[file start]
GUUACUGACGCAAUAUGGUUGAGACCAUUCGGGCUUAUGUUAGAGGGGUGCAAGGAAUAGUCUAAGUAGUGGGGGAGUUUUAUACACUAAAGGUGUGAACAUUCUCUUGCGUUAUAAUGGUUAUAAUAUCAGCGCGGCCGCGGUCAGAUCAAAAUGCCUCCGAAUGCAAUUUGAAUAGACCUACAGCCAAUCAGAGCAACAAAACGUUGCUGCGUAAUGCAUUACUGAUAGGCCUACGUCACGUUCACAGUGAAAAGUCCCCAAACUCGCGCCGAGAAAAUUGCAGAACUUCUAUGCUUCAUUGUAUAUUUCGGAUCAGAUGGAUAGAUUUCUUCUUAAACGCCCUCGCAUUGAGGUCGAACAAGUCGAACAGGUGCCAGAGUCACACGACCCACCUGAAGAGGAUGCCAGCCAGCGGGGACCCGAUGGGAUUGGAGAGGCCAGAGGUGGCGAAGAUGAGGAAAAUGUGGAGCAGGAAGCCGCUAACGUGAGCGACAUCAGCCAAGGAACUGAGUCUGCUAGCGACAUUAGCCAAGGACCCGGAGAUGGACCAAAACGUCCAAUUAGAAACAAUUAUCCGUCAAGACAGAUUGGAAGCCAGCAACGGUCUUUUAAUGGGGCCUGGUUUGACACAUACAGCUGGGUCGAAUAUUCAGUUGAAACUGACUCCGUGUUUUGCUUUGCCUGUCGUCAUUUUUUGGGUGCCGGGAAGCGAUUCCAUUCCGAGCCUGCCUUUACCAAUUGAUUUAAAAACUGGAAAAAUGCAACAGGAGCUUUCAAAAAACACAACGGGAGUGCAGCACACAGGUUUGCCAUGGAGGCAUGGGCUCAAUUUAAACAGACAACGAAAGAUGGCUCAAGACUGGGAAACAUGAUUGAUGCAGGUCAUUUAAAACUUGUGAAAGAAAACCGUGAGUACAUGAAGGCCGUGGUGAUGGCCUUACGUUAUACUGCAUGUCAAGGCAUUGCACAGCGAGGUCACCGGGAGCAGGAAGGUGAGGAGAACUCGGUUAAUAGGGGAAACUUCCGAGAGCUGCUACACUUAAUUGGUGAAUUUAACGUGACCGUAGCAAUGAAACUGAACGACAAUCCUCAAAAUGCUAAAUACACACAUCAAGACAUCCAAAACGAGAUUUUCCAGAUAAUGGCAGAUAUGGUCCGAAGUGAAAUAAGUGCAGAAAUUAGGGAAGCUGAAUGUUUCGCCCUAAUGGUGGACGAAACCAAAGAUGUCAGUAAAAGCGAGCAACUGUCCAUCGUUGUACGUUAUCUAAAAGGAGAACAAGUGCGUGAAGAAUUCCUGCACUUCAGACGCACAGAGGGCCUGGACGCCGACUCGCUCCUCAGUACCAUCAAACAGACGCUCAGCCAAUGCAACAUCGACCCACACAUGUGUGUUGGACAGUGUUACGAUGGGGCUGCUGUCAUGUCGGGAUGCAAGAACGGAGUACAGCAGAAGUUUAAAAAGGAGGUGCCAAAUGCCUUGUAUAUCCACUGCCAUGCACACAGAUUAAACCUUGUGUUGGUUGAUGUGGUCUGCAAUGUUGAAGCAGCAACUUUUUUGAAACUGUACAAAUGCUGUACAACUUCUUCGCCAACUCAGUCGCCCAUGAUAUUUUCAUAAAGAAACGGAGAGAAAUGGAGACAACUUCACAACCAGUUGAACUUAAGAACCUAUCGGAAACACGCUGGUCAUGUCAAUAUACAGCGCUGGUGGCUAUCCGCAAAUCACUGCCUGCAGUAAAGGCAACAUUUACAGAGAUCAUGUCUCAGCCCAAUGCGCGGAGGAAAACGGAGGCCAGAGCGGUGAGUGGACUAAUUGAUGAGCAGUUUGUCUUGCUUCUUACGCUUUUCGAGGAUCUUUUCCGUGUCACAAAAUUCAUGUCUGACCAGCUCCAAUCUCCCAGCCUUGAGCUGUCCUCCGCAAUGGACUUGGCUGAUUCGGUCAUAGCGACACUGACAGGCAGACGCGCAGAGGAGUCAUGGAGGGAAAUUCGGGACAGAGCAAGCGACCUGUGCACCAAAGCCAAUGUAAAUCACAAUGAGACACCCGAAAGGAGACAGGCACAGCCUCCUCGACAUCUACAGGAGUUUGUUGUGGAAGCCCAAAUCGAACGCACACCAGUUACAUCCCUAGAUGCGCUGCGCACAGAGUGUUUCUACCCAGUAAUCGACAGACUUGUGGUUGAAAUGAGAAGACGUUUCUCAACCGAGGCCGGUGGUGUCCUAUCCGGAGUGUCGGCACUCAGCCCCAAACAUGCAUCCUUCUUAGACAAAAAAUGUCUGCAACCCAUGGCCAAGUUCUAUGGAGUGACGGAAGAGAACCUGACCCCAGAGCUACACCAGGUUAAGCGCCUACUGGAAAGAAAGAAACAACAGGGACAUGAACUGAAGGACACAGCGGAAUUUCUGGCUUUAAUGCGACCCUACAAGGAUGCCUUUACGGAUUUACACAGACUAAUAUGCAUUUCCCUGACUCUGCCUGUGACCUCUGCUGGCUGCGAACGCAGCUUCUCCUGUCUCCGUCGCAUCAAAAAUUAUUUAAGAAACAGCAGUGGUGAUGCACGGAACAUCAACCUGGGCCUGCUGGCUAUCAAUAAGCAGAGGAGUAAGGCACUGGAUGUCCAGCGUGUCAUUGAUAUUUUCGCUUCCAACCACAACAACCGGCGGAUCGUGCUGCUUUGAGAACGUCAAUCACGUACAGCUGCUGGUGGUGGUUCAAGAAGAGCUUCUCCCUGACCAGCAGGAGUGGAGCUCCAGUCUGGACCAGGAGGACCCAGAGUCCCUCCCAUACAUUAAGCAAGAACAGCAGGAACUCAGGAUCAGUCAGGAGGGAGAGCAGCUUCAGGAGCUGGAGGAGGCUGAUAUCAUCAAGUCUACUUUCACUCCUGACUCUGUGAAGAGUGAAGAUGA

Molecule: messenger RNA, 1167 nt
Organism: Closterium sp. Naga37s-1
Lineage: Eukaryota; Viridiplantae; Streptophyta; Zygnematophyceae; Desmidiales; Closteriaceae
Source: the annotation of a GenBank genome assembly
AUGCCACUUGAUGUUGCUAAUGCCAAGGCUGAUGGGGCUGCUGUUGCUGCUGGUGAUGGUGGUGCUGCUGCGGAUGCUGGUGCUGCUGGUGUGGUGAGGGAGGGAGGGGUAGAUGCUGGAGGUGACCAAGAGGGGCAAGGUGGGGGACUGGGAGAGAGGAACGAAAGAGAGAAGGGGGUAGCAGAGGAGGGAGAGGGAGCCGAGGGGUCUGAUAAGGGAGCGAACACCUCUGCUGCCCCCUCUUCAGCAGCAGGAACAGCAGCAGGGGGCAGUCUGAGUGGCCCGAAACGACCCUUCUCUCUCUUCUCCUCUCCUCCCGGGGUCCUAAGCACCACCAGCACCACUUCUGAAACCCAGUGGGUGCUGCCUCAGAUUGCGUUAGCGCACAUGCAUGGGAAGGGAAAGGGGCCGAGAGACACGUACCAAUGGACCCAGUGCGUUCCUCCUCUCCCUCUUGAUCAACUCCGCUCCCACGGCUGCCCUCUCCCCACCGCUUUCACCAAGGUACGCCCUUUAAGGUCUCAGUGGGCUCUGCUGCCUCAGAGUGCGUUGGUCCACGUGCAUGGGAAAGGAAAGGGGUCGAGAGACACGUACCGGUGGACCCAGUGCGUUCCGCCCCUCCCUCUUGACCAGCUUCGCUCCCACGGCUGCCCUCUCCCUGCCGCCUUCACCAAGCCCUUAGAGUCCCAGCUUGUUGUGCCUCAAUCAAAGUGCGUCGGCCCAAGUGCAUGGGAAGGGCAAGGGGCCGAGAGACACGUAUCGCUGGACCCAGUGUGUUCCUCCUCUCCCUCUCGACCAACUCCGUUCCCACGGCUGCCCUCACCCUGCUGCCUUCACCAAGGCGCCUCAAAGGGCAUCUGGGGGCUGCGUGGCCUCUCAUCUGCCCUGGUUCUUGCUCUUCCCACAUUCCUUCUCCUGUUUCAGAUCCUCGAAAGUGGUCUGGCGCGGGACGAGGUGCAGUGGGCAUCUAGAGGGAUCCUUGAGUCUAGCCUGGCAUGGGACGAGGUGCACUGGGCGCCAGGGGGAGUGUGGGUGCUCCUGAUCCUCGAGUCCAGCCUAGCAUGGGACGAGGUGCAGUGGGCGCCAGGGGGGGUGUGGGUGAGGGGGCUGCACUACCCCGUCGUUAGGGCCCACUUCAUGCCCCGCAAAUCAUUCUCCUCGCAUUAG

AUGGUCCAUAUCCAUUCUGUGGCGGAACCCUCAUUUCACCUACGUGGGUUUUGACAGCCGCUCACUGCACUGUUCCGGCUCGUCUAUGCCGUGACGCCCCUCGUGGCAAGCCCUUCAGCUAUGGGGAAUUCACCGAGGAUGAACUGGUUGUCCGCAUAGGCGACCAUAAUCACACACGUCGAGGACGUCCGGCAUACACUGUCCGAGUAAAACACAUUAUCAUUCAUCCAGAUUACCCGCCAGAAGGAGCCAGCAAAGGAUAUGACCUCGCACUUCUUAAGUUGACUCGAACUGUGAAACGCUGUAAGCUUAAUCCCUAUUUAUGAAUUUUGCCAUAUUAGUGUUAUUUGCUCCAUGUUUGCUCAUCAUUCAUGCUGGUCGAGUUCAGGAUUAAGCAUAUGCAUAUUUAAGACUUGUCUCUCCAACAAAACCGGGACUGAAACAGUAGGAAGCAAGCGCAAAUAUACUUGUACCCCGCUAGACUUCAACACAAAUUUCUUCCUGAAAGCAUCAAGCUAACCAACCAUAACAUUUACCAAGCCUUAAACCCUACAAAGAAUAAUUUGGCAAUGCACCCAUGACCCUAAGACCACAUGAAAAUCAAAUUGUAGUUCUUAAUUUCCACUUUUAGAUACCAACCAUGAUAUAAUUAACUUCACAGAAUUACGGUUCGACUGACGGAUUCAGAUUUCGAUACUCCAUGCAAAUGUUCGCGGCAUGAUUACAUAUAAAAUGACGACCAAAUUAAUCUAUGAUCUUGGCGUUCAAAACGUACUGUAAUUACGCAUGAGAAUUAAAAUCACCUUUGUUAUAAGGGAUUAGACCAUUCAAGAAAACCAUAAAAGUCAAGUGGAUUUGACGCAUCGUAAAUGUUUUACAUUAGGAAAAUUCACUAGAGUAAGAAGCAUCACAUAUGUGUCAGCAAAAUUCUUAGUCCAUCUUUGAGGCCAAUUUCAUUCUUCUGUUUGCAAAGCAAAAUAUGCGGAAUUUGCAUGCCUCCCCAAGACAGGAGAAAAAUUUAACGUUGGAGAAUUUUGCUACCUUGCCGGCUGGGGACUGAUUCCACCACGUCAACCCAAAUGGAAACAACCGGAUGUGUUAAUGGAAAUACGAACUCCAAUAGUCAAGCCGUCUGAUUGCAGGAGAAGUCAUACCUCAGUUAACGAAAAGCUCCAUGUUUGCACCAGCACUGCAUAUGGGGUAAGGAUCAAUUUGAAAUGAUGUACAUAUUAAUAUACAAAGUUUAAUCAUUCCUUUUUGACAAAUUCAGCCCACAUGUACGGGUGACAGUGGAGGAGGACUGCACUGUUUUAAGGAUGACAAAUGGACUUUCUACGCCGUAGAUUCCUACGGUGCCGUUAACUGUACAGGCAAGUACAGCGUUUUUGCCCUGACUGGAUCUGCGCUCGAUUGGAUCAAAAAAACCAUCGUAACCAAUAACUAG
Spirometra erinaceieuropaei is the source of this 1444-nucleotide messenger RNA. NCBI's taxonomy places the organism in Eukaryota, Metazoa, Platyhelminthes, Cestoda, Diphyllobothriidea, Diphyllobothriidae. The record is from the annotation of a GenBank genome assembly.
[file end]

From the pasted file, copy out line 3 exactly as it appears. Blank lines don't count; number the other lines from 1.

Organism: Closterium sp. Naga37s-1